What are the basic differences between the two? At the very start we can easily state that while, traditional Buddhism is pitched on liberation from birth and death by attaining nibbana, Neo-Buddhism is about bringing about social change. It is about wearing the mantle of equality right from the start and urging, negotiating Press, public and politicians, policies and Lawmakers to see and enact laws to ensure that the down trodden and those who have been sanctioned against for centuries are seen as equal to all, without any disparity. Therefore to this end, the Dalit movement which began in Maharashtra, with the Mahars, has taken on a massive role in Indian Politics and in day to day conversations and doings in India. This now has more meaning as Dalits are not any more only the Mahars, but include all ST/SC classes across India. Dalits have all converted to Buddhism, but while traditional Buddhism is more involved with the vertical movement of the human consciousness, Neo-Buddhism is passionately concerned with the vertical movement of the once depressed classes and castes, up the ladder. This is resulting in the TN-effect across india. The TN-effect can best be described as a hate campaign against brahmans and a “do-unto-them-what-they-did-unto-us” strategy.

Traditional Buddhism is concerned with the “inner revolution” and hence practice a path of non-violence, while Neo-Buddhism, is militant and rigorous about the “outer revolution” that will bring about social change. Hence, the literature too of the Dalit movement in India, at once is engraved on the angst of non-recognition of their human presence for centuries and at the same time, punctuated with pain and anger, while looking forward to a new dawn.

It is psychologically impossible to bear suppression forever. This is not our natural state as human beings. It is also psychologically impossible that the suppressed will one day not take the same weapon of suppression and strike back at its predator in the same way.
This brings us back to what Rabindranath Tagore wrote in the beginning of the last century –

Hey mor durbhaga desh
Jader korecho apomaan
Apomaney hotey hobe shobar shaman

To be shamed and hit back with equal force is what the brahmans inherited by their own doings in the past. It is not what Dalits discovered as a weapon of retaliation.

In Maharashtra, all homes of Neo-Buddhists have the picture of Buddha and Dr Ambedkar placed side by side. In many homes Dr Ambedkar may be more prominently placed than the Buddha himself, but there seems to be a new arising in other parts of the country like UP, where Kashi Ram and Mayawati are taking things to their own meaningful end. One may see statue upon statue of both these “saviours” strewn across UP where the founder of Neo-Buddhist Dr B R Ambedkar is receding backwards, but certainly remain a part of their day-to-day conversation.

When Buddha began to speak to his following on the new way of life, the Buddhist way, the brahmans were equally disturbed as huge numbers of people left their backgrounds and followed the Buddha. This caused them to act against Buddhists and it became so bad that after Buddha left his body, his followers moved out of India to carry his words and preserve them. Thus, Buddhism grew more out of its country of origin, in fact, it flowered most in Japan.

The Dalit movement began in Maharashtra with Mahar uprising and conversion to Neo-Buddhism. It might have more than one prominent face today who seemingly is leading the way. It may be seen as one of the most powerful movements in the country today, which the brahmans all want to get on to the band wagon, for reasons of vote bank politics, or from being ostracised themselves, but it remains to see how many faces Buddhism will take, as it progresses in the hands of those who have adopted it as a potent religion for bringing in a social change in India. The question is, in the face of such pressure, will brahmans convert to Neo-Buddhism as so many are already seen to patronise it?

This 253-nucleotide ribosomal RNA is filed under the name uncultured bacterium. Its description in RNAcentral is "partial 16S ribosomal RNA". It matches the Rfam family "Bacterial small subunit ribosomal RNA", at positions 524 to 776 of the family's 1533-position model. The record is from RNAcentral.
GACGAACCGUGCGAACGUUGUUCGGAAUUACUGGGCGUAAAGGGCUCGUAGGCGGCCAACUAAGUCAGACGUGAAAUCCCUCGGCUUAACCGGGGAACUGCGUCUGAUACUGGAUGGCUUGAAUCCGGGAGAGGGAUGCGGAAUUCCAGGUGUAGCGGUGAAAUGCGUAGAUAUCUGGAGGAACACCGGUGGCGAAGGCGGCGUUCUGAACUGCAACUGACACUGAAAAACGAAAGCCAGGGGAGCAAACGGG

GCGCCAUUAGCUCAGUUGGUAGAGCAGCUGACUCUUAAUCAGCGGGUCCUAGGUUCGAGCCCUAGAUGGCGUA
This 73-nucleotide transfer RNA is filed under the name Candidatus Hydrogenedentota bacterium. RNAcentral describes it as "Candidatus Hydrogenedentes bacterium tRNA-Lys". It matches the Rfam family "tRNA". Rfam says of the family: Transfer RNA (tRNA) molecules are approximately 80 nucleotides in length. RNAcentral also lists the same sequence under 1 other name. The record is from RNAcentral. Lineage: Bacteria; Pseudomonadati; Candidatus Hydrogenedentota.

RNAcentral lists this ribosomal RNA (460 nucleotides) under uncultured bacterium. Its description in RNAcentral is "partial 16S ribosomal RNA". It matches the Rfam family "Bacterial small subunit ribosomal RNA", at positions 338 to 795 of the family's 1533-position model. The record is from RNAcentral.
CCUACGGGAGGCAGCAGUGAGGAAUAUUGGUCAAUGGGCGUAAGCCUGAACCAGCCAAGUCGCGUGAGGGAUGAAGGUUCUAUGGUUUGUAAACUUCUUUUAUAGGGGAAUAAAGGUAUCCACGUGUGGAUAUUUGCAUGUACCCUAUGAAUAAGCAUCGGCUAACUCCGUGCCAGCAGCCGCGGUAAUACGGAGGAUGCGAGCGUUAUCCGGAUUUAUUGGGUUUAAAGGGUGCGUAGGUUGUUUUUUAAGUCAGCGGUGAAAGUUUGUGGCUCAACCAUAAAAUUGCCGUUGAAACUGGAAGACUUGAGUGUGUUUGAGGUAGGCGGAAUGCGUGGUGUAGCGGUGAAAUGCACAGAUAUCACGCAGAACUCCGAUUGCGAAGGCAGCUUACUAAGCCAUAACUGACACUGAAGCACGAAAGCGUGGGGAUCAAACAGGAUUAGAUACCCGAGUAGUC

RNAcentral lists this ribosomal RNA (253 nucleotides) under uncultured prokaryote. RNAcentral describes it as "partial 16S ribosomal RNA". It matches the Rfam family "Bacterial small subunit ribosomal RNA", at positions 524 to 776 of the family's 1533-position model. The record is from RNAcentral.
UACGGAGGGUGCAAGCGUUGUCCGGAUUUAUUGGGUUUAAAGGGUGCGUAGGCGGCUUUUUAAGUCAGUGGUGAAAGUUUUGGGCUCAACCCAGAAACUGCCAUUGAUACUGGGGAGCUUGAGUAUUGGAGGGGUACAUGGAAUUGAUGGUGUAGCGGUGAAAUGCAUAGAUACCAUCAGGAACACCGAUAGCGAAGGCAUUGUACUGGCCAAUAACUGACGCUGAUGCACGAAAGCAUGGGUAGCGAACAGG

Yet, through all these ifs and buts, one thing comes through clearly – whatever we see is our perception of it. And our perception is after all only a perception and hence, since we as humans create a religion for our own need and I have at least not heard any God say that he has created that religion (if you have, please let me know), be it Buddhism or any other religion, it is the creator’s right, to bring out as many versions and interpretations of the same religion. However, it is equally important to remember that all are only perceptions of what we see the world as or what the need of society at large is. The real truth is: All things and feelings are transitory, forever changing, never one Truth. They vary as perceptions change. What is now is not, in the next the same. And there is no God, not even The Buddha, who has left his body 2600 years ago and who in his talks warned, I am told, his followers – If you see The Buddha on your way, kill him!

But he was talking of the spiritual path, not a social one, per say. Yet, a practicing Buddhist causes change in society outside, because he has changed inside.

To summarise, I would say that although there is on the surface a distinct difference between the purpose of traditional Buddhist practice and Neo-Buddhism, at one level they come together – they both work towards change, one from within and the other from without. But, that is only on the surface. Ultimately, they meet on a common ground – Change! Be it society or be it at the conscious level.


Note: As I have heard the meaning of - If you see The Buddha on your way, kill him - speaks of one who is striving towards nibbana, which is a path, one might start with a teacher for guidance but then it is a very individual one and must be travelled on one’s own steam. Not even a crutch like Buddha is welcome. Therefore, on the path of self-realization, the teacher including the Buddha himself must be done away with finally.

This article is inspired by a scholarly book – Mahar, Buddhist and Dalit by Johannes Beltz Published by Manohar Publishing & Distributors, 4753/23, Ansari Road, Daryaganj, New Delhi 110 002 and distributed by: Foundation, 4381/4 Ansari Road, Daryaganj, New Delhi 110 002 Price: Rs 750

News:
The Hindu report on 29th August, 2010, In search of an identity by Ananth Krishnan, Sunday magazine section, page 7, (see link http://www.buddhistchannel.tv/index.php?id=46,9467,0,0,1,0 ) even sections of Chinese are taking to the Buddhist path.